As revealed in her 2016 memoir, The Princess Diarist, Carrie Fisher and Harrison Ford carried on a three month affair during the filming of Star Wars in 1976, reports People Magazine. According to the actress, the two began the affair after a birthday party for director George Lucas. “It was Han and Leia during the week, and Carrie and Harrison during the weekend,” writes Fisher.
7. The scenes on Hoth were filmed in an actual blizzard
The various planets we see in the original trilogy were all shot on location in a variety of countries, from Tunisia doubling as Tatooine, to Norway acting as the backdrop for Hoth. For Hoth, filming was nothing short of a nightmare for all involved. When the cast and crew arrived in Finse, Norway, the region was going through its harshest winter in decades, replete with heavy snowfall and subzero temperatures.
By the time everyone had gotten to Finse, all of the sites and equipment were buried in snow. To account for that, the scene where Luke is escaping from the Wampa Cave in Star Wars: The Empire Strikes Back was filmed directly outside the ski lodge where the production was headquartered.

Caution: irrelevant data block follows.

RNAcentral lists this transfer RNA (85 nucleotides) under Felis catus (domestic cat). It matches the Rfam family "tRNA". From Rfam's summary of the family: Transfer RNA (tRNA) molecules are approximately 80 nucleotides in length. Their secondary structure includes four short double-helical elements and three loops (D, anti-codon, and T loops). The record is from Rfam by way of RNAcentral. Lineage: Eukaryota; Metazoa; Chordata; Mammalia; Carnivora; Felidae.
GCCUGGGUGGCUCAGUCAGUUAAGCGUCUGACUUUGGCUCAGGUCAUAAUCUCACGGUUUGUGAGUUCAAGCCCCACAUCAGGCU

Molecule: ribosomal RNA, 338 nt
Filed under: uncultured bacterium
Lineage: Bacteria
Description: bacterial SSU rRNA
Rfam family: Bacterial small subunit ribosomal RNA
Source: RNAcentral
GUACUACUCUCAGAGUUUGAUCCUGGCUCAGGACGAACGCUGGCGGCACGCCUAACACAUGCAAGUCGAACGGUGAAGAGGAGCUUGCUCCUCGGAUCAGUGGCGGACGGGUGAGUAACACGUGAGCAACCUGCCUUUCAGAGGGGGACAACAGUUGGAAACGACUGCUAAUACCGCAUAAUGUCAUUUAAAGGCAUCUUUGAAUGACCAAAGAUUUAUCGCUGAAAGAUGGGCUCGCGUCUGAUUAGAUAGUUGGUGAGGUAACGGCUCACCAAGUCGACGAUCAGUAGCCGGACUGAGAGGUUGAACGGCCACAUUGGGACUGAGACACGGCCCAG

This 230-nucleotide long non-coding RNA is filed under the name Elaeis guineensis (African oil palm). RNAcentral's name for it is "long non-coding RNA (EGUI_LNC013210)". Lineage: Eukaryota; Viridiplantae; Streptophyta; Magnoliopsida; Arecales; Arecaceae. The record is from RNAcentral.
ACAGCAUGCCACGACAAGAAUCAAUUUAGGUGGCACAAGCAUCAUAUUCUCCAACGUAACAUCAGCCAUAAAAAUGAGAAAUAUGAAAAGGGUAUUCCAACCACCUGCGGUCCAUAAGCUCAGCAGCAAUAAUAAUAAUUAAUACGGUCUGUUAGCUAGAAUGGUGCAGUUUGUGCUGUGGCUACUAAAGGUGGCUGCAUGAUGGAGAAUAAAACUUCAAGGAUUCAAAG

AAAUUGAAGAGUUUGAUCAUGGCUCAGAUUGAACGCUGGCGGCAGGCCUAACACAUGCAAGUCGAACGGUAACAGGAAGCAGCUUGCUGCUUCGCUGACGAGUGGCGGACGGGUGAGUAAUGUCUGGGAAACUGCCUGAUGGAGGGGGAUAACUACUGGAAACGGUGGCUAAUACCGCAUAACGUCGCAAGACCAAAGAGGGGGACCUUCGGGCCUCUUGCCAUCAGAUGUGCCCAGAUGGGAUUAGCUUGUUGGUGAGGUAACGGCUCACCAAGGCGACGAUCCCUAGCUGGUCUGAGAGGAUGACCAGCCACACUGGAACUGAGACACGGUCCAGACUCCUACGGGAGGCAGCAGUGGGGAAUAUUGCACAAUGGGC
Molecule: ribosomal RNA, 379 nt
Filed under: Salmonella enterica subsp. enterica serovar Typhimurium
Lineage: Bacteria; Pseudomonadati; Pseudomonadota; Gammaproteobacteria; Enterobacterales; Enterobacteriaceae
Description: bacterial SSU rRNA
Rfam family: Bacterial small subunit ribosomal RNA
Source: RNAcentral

No one had it worse than Harrison Ford though, who was slated to arrive later than the rest of the cast. According to the Star Wars FAQ book, Ford was only able to get to Finse riding “in the engine cabin of a locomotive snowplow sent to clear the avalanche. He disembarked in Finse around midnight, having downed a bottle of vodka with the engine driver.”
8. The Battle of Endor was supposed to take place on the Wookiee home planet
The first drafts of Star Wars: Return of the Jedi didn’t actually have any Ewoks, instead it was set on the Wookiee home planet of Kashyyyk. Originally, the plan was to have an army of Wookiees led by Chewbacca assist our Rebels in the climactic battle. That was eventually scrapped, due to George Lucas wanting the creatures helping the Rebellion to be a more primitive culture that was rising up against foreign, technologically advanced invaders.